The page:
The company said it provided the drug to the president in response to a “compassionate use” request from Trump’s doctors, which allows for expanded access to experimental drugs for “immediately life-threatening” illnesses, according to the Food and Drug Administration. It allows patients to access an investigational drug outside of clinical trials in lieu of adequate other treatments.

That means that while the president’s doctors were confident enough of the drug’s benefit to administer it to Trump, the treatment remains unavailable to most Americans.

“We have tried to take a principled approach until there is a broader authorization,” Schleifer told CNBC’s Meg Tirrell on “Squawk Box.” “Asking somebody like the president to go into a clinical trial just wasn’t practical.”

Until the FDA takes a look at all the available data on the benefits and risk of the drug for Covid-19 patients, patients who want to receive the treatment should enroll in a clinical trial, Schleifer said. He added that patients in clinical trials are closely monitored so that researchers can understand how the drug affects the disease, but at least a third of patients will receive a placebo.

“Giving it to [Trump] or to others who might not be able or don’t qualify for clinical trials is the right use of compassionate use. That’s for small numbers of people, for these exceptions,” he said. “We want everybody to be potentially able to benefit. We understand we don’t make that decision. This is a decision the FDA has to make.”

Schleifer added that he thinks the treatment meets “a lot of” the FDA’s standards for an emergency authorization. But he said the company needs to continue to collect data in controlled clinical trials to better understand the treatment. But as trials continue, the virus continues to infect more than 40,000 people every day across the U.S.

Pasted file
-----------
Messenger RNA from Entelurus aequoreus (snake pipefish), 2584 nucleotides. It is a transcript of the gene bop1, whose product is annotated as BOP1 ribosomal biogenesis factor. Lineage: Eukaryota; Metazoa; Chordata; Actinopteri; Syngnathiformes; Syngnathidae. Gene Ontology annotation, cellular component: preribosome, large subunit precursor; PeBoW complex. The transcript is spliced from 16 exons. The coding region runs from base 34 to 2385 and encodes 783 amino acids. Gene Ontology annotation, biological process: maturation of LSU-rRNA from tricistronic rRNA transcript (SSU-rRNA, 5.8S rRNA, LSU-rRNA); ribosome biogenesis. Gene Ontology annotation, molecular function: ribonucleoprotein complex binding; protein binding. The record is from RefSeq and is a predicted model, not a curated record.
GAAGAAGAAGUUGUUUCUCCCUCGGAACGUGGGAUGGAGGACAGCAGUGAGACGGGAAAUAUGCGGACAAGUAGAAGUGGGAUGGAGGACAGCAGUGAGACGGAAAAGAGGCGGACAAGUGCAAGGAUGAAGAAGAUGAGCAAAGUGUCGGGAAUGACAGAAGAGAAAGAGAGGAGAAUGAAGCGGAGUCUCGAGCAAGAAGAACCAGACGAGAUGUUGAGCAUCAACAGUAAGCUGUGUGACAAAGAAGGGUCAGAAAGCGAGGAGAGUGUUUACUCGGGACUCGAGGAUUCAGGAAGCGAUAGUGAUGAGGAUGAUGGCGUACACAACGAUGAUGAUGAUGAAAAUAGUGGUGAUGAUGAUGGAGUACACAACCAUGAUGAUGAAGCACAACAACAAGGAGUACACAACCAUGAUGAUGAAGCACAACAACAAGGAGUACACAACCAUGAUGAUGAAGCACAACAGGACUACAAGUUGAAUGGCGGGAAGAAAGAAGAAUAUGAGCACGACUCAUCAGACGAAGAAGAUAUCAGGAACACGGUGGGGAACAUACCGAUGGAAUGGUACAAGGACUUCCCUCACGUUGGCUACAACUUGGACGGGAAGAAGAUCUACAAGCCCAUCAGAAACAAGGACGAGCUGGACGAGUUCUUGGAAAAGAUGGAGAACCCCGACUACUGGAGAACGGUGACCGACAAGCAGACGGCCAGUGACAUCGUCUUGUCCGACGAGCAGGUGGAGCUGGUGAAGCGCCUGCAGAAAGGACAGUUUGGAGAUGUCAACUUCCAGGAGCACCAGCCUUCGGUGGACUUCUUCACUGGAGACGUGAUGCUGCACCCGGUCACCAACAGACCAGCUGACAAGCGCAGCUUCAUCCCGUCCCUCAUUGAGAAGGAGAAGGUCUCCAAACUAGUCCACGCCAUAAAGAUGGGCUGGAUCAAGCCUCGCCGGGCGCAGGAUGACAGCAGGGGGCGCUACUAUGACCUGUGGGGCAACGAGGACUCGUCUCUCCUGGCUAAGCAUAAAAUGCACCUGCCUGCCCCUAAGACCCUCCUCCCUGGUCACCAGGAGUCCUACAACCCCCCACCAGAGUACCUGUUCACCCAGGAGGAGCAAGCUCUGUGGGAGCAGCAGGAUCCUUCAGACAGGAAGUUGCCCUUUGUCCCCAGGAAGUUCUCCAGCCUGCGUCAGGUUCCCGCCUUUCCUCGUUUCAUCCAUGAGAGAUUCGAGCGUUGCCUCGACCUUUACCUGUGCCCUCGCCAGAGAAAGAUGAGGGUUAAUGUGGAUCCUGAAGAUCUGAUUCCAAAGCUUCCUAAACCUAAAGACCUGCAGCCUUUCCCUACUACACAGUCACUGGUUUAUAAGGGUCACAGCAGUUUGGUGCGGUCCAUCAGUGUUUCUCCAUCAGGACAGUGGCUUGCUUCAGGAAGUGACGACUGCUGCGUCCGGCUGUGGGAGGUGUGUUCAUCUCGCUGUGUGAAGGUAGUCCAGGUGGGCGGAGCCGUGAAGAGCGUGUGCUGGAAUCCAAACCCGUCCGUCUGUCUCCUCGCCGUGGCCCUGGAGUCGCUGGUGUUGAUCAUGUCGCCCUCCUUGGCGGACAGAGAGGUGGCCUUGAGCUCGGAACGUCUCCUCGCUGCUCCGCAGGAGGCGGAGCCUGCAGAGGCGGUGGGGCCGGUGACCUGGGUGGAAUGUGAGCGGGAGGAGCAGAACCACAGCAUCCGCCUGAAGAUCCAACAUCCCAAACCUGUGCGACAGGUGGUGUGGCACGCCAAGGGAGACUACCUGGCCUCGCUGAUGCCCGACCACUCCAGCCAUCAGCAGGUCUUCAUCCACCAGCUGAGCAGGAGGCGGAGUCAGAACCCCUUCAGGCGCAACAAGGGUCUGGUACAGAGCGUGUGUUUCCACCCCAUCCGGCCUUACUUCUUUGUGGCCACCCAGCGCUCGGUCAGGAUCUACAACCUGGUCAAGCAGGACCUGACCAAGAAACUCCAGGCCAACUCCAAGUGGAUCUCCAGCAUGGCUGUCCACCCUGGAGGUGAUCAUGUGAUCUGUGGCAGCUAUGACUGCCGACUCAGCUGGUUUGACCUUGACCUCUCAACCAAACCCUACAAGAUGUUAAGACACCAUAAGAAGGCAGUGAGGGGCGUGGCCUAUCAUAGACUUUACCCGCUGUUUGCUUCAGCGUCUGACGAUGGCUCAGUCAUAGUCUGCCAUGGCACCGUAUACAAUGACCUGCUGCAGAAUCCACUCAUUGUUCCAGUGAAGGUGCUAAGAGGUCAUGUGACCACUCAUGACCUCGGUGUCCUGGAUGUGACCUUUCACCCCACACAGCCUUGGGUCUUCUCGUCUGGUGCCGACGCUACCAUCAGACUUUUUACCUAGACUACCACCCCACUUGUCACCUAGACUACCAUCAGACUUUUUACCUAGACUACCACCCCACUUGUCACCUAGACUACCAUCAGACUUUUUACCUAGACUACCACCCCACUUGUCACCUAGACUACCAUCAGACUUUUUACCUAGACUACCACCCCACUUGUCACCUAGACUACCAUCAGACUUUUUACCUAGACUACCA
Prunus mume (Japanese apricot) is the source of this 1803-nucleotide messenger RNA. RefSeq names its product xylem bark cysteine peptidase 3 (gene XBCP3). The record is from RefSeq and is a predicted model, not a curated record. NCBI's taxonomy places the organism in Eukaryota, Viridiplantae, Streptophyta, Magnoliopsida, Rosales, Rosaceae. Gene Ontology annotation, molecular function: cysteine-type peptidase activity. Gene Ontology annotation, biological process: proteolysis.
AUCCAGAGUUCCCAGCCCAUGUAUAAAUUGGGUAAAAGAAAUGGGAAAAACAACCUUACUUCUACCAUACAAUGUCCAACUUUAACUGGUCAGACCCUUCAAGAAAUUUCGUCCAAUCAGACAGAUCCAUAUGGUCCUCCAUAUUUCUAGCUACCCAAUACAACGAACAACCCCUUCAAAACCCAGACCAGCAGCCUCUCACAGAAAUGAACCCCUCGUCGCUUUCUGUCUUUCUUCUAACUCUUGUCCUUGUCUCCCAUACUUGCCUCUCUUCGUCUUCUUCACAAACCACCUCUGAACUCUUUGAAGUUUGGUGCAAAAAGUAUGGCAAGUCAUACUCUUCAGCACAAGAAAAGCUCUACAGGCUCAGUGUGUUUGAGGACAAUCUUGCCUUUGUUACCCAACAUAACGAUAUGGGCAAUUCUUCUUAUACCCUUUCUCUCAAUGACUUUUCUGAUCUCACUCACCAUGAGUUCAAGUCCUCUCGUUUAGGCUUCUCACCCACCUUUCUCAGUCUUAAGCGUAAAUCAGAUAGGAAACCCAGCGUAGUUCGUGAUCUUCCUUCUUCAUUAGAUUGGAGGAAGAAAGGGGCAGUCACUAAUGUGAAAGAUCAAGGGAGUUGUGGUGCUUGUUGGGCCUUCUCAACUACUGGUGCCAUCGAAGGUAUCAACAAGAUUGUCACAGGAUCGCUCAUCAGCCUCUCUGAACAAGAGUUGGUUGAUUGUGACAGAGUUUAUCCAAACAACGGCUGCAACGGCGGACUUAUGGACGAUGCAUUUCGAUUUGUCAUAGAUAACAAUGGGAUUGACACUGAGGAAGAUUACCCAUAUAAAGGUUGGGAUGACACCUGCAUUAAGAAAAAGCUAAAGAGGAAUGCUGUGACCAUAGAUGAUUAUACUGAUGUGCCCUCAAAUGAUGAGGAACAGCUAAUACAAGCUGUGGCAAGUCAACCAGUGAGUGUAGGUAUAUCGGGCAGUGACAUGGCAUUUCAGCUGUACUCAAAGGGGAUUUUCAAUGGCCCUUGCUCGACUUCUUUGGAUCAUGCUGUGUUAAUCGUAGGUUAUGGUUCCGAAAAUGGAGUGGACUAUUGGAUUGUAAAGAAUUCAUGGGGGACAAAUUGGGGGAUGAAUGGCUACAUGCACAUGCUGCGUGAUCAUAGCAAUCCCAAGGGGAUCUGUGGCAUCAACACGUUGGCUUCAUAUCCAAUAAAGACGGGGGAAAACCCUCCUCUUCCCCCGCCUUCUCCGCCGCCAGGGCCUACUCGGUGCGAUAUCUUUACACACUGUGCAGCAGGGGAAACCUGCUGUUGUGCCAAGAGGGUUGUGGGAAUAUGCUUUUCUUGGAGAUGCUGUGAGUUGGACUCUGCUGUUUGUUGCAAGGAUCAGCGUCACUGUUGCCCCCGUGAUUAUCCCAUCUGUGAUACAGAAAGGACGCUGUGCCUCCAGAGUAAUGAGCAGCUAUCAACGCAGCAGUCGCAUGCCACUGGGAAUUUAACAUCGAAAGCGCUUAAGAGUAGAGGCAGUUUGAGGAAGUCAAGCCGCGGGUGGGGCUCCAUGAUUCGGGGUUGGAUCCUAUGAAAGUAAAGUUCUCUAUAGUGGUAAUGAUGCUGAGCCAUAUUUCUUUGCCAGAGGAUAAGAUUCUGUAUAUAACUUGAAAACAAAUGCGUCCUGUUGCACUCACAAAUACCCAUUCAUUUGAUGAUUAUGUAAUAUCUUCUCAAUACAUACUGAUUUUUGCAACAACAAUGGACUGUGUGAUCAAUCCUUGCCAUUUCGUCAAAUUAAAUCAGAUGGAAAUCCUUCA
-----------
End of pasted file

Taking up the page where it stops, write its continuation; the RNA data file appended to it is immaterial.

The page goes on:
“This is all very complicated because it’s real lives at stake” he said. “If it’s my loved one or your loved one, … yes, we want to give this if we can help them. Of course, we want to get definitive evidence, so it’s a tough act to balance.”

Shares of the company were up more than 5% in early trading Monday.

Some analysts have speculated that the use of Regeneron’s antibody cocktail to treat the president is a tacit endorsement of the drug and could signal a swift approval by the FDA. Schleifer, however, tried to assure the public in the CNBC interview that the FDA has its own standards for authorization and the White House does not play a role. 

The class of drug has long been used to

Tough menopause may signal future heart issues, study says

As if the misery of hot flashes, night sweats and sleep troubles weren’t enough, now new research suggests that women who routinely experience moderate to severe menopausal symptoms have a higher risk of stroke and heart disease.

“This analysis assessed various menopausal symptoms and their association with health outcomes. Women with two or more moderate to severe menopausal symptoms had an increased risk of stroke and cardiovascular disease,” said study author Dr. Matthew Nudy, a cardiology fellow at Penn State Hershey Medical Center.

This study didn’t prove a cause-and-effect relationship, it only showed an association between menopausal symptoms and stroke and other heart and blood vessel diseases. It’s possible that menopause symptoms might not be a cause of these problems at all. It may be that other factors, such as obesity or diabetes, may lead to both menopausal symptoms and poor health outcomes.

Nudy also noted that past research has shown that women with menopausal symptoms often have other risk factors for heart disease and stroke, such as high blood pressure and cholesterol. They also may have poorer blood vessel health and increased levels of inflammation.